Two Historic Corvettes Pulled from 30-foot Deep Sinkhole +VIDEO
BOWLING GREEN, KY - March 4, 2014: The recovery of eight historic Corvettes that fell into a sinkhole under the National Corvette Museum last month began Monday with the successful extraction of the 2009 Chevrolet Corvette ZR-1 "Blue Devil." The car was able to be driven 20 feet to the doorway of the museum’s Skydome.
Based on initial inspection, the ZR-1 sustained minimal damage, despite falling nearly 30 feet when the hole opened beneath an exhibit area on Feb. 12. The ZR-1 emerged from the depths of the sinkhole, where workers test-lifted the car on Saturday, at about 11:35 a.m. EST Monday.
"The 'Blue Devil' is in remarkable shape," said John Spencer, manufacturing integration manager for Corvette. "Cosmetically, the carbon fiber running boards are shattered, there's some minor paint damage, and a small crack in the windshield. Mechanically, the worst damage is a split in the oil-supply line for the 6.2L LS9 V-8. If you fixed that, you could drive the ZR-1 back to Detroit."
Watch the video of the rescue
Later in the day, a 1993 40th anniversary model Corvette was recovered. It had significant cosmetic damage to the hood, fenders and window glass. However, there appeared to be limited mechanical damage.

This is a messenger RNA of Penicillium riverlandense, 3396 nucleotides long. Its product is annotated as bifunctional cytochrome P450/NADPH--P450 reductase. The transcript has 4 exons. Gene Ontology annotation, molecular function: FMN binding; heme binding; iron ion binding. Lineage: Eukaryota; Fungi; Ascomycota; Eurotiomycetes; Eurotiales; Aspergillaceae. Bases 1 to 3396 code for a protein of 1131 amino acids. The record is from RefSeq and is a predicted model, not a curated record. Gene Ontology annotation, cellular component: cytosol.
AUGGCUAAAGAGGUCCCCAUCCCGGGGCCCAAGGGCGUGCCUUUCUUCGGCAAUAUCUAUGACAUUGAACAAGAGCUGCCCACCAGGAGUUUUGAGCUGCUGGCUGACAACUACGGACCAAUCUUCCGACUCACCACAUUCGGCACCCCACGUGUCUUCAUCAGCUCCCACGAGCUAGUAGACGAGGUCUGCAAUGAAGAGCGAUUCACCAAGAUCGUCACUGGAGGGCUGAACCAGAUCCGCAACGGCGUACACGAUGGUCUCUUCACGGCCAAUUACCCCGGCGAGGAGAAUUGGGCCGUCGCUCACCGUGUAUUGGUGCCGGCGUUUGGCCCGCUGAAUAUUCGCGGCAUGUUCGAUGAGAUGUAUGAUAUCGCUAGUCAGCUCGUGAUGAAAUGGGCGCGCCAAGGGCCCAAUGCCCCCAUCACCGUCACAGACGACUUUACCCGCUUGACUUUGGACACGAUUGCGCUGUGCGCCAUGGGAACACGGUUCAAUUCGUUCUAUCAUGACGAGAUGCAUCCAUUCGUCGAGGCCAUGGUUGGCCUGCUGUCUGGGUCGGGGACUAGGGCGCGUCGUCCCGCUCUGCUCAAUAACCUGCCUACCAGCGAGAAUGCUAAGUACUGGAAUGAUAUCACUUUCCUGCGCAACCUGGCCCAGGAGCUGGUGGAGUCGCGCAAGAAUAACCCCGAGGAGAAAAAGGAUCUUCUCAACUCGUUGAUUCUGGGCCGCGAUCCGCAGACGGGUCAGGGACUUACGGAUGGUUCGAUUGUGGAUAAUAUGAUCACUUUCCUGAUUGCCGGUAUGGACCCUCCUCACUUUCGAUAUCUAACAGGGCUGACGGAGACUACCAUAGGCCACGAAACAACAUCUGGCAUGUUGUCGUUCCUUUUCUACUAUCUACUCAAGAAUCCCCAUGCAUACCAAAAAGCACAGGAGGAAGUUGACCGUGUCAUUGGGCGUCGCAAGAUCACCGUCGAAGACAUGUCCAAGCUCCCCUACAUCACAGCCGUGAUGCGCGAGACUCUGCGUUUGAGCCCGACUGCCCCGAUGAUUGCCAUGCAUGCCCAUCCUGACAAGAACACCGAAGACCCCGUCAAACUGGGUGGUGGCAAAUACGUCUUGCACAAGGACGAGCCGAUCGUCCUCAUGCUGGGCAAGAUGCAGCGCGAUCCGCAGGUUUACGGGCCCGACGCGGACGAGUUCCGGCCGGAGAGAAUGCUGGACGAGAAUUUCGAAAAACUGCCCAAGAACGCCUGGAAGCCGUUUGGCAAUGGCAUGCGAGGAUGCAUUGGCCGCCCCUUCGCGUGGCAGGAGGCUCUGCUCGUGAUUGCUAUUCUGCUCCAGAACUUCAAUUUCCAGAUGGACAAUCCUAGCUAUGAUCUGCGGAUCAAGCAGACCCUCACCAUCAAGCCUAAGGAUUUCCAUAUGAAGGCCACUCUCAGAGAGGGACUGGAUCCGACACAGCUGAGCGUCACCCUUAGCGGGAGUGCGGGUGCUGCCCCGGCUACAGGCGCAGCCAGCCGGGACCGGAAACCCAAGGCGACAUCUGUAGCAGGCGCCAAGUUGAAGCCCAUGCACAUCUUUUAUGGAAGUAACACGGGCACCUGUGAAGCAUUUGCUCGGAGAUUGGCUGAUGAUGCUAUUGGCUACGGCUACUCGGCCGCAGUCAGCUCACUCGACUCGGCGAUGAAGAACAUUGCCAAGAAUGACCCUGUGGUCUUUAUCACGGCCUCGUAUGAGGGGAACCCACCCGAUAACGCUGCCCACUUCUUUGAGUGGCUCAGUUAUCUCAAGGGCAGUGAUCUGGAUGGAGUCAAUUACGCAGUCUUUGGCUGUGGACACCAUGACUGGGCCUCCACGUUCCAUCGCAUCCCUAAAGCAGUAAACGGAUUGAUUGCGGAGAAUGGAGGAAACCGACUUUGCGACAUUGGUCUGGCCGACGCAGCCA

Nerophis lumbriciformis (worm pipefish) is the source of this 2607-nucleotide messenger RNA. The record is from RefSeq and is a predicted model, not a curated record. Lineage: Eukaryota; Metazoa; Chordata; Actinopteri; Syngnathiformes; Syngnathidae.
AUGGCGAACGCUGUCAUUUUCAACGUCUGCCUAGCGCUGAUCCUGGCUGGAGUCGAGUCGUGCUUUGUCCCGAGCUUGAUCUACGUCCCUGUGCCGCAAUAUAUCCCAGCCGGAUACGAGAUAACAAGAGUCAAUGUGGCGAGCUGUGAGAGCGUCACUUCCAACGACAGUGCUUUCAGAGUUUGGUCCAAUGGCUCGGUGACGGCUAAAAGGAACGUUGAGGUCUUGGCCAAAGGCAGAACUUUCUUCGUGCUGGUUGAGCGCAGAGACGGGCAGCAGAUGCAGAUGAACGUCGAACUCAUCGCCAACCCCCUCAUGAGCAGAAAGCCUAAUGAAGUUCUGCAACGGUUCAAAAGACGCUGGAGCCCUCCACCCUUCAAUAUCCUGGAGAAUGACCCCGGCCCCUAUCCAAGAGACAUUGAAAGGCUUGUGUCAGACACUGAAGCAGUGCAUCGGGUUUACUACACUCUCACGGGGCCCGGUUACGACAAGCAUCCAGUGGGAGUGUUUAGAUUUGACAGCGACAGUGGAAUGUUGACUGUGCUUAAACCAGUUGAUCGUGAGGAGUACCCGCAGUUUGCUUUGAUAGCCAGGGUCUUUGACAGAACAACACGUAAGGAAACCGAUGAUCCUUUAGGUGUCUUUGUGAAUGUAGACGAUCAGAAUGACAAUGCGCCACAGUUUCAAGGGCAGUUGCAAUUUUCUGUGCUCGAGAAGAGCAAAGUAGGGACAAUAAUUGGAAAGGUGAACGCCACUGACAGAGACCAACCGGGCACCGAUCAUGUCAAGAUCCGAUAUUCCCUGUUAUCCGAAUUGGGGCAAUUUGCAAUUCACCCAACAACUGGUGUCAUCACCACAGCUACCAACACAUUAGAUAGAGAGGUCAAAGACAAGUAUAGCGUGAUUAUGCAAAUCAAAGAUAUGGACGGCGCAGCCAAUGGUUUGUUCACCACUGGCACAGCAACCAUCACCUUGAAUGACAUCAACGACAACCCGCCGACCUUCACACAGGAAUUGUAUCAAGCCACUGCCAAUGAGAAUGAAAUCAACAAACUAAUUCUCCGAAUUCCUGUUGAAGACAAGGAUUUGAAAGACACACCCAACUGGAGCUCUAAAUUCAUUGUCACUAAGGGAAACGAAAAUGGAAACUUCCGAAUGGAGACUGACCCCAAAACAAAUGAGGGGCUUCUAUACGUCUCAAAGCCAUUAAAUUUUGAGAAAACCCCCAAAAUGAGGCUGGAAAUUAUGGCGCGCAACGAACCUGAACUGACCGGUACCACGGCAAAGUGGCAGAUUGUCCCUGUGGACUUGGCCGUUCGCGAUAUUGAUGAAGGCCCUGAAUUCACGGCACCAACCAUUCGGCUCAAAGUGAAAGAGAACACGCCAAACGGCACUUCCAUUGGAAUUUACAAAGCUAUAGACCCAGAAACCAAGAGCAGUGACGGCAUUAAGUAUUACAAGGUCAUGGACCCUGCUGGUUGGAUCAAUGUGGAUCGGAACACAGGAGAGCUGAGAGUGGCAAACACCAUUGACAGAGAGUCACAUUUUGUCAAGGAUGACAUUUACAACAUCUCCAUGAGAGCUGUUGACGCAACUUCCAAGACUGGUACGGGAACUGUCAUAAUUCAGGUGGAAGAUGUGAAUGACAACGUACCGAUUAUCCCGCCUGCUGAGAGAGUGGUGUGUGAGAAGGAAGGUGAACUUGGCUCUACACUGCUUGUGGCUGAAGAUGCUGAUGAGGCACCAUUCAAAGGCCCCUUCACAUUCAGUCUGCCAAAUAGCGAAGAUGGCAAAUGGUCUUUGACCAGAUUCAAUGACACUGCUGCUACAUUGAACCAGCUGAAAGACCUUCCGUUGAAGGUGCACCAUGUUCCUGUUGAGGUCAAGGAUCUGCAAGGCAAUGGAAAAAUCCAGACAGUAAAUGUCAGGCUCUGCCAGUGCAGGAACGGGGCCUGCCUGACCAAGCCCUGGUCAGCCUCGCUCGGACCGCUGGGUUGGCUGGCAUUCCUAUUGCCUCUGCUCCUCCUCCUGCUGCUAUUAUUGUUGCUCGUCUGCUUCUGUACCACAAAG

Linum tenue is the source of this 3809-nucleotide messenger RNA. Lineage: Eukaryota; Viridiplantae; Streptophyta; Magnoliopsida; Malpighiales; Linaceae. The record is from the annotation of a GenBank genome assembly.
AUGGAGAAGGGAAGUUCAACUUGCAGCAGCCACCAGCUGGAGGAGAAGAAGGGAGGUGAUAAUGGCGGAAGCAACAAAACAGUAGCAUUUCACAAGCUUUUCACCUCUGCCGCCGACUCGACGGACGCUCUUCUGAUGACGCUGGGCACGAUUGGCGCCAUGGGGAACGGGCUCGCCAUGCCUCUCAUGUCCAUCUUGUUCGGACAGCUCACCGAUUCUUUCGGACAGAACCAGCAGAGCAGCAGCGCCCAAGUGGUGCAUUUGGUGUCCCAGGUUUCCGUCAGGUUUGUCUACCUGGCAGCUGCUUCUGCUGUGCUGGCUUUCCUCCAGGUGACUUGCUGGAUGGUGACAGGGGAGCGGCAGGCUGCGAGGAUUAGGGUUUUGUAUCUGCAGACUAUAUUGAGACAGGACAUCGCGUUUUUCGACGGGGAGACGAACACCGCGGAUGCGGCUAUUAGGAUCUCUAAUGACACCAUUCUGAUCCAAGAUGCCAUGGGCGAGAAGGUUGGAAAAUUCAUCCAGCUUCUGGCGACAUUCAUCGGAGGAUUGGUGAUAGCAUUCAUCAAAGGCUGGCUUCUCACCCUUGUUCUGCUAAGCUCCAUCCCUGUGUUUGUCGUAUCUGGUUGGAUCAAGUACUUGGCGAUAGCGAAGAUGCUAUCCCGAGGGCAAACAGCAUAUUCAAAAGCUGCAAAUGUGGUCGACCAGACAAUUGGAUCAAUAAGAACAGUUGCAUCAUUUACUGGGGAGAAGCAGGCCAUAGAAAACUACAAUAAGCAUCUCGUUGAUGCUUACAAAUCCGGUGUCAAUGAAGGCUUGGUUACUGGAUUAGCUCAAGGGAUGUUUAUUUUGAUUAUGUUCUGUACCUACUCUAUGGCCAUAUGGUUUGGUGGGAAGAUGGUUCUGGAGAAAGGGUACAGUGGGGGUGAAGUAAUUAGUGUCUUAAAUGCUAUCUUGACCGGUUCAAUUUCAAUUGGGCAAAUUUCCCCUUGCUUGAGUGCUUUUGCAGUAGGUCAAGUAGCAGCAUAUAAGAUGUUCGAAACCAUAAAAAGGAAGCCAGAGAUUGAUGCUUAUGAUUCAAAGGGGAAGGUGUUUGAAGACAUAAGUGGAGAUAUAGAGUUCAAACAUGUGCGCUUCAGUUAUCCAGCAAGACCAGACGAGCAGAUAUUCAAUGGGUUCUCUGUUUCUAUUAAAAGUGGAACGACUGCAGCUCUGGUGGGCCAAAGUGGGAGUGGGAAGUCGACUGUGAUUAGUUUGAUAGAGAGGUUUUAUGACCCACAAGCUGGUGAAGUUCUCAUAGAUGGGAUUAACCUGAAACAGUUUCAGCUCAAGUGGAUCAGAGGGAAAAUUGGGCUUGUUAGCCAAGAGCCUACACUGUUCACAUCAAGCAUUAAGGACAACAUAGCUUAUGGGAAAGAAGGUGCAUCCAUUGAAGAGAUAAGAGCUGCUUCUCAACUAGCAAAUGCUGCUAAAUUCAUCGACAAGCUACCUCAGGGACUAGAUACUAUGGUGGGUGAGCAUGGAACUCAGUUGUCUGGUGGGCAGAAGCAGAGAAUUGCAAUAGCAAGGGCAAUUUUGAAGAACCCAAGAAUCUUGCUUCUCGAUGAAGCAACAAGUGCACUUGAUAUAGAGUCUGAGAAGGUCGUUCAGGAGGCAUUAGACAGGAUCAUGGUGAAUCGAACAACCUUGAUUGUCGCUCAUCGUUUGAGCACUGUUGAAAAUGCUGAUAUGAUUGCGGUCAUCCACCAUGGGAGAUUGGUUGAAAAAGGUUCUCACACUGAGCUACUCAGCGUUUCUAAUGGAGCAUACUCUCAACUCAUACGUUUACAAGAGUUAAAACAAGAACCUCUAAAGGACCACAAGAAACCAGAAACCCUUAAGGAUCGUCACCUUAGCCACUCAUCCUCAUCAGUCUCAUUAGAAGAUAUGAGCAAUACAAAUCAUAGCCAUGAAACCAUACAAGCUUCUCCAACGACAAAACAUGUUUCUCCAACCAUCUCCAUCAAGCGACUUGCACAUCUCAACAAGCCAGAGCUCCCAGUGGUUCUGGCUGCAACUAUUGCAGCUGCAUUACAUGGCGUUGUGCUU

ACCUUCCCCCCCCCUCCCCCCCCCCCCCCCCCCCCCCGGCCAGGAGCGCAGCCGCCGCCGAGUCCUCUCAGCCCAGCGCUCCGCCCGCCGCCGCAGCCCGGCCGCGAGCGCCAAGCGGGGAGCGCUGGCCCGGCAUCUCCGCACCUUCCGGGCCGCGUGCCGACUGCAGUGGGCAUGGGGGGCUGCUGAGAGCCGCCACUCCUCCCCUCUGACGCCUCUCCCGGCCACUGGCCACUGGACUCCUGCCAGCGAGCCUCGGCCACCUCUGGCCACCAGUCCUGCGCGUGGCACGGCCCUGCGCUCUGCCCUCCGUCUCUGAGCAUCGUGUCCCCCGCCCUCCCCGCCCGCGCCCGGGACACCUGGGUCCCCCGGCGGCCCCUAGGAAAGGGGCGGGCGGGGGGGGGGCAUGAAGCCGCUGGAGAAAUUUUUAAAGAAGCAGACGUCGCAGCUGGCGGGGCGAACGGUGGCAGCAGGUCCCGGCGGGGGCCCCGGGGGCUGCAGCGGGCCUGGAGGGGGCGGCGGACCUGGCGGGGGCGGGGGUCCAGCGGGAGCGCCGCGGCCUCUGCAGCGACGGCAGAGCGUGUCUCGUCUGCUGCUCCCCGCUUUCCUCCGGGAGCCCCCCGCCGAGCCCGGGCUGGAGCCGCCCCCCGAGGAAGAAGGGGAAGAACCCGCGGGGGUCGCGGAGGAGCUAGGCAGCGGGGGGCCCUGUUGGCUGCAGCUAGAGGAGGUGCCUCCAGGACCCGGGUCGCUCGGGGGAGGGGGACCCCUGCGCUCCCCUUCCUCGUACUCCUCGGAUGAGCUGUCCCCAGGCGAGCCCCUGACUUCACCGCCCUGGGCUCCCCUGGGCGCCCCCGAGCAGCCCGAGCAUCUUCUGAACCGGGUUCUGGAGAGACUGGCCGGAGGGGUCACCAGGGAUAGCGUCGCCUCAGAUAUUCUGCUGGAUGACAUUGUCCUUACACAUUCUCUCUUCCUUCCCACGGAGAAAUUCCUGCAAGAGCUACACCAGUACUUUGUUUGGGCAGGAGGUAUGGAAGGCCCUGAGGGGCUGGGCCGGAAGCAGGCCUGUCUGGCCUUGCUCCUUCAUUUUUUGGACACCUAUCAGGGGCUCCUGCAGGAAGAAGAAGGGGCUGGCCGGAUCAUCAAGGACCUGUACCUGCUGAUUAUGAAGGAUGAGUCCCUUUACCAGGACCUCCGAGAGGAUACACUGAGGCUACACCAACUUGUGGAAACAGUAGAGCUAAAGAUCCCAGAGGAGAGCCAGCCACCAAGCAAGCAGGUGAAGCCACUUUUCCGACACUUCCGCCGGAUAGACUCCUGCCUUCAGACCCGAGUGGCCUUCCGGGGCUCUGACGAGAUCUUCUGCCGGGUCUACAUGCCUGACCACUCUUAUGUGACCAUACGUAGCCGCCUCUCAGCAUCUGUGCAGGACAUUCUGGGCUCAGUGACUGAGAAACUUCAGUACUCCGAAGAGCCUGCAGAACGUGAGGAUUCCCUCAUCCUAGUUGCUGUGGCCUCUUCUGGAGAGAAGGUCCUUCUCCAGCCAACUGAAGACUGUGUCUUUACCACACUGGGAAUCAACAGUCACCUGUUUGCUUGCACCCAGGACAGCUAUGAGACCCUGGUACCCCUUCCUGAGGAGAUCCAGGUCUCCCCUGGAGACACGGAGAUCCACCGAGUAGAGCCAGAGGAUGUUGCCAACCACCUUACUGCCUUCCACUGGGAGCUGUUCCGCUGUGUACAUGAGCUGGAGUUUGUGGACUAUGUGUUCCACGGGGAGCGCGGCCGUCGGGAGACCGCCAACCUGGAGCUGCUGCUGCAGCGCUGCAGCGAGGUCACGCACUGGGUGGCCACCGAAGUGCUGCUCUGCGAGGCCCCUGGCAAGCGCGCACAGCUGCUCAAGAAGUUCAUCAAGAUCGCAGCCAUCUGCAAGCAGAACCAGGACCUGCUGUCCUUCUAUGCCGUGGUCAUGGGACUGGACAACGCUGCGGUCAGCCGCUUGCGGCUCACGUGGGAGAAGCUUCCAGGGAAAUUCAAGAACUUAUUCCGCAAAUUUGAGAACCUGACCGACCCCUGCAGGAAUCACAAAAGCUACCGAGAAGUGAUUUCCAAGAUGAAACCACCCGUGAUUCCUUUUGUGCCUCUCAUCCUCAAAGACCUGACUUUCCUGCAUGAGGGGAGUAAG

"The 40th Anniversary looks much worse than it really is," said Spencer. "Practically every body panel and piece of glass will need to be replaced. However, underneath the frame looks straight, the suspension seems to be intact, and the steering gear still works. It is definitely salvageable."
The team plans to recover the 1962 this week, and the remaining cars in the next 60 days.
"The recovery of the ZR-1 went incredibly well," said Mike Murphy, CEO of Scott, Murphy & Daniel construction. "Obviously, there's a lot of work still to do. But, watching the ZR-1drive out of the museum was a great start to the recovery effort."
The recovered cars will be shipped to the Mechanical Assembly facility, a small specialty shop within General Motors Design in Warren, Mich., where the best restoration approach will be determined. Mechanical Assembly has been part of GM Design since the 1930s, and today maintains and restores many of the vehicles in the GM Heritage Collection and GM’s historic concept cars.
For more information on the National Corvette Museum sinkhole, visit Corvette Museum.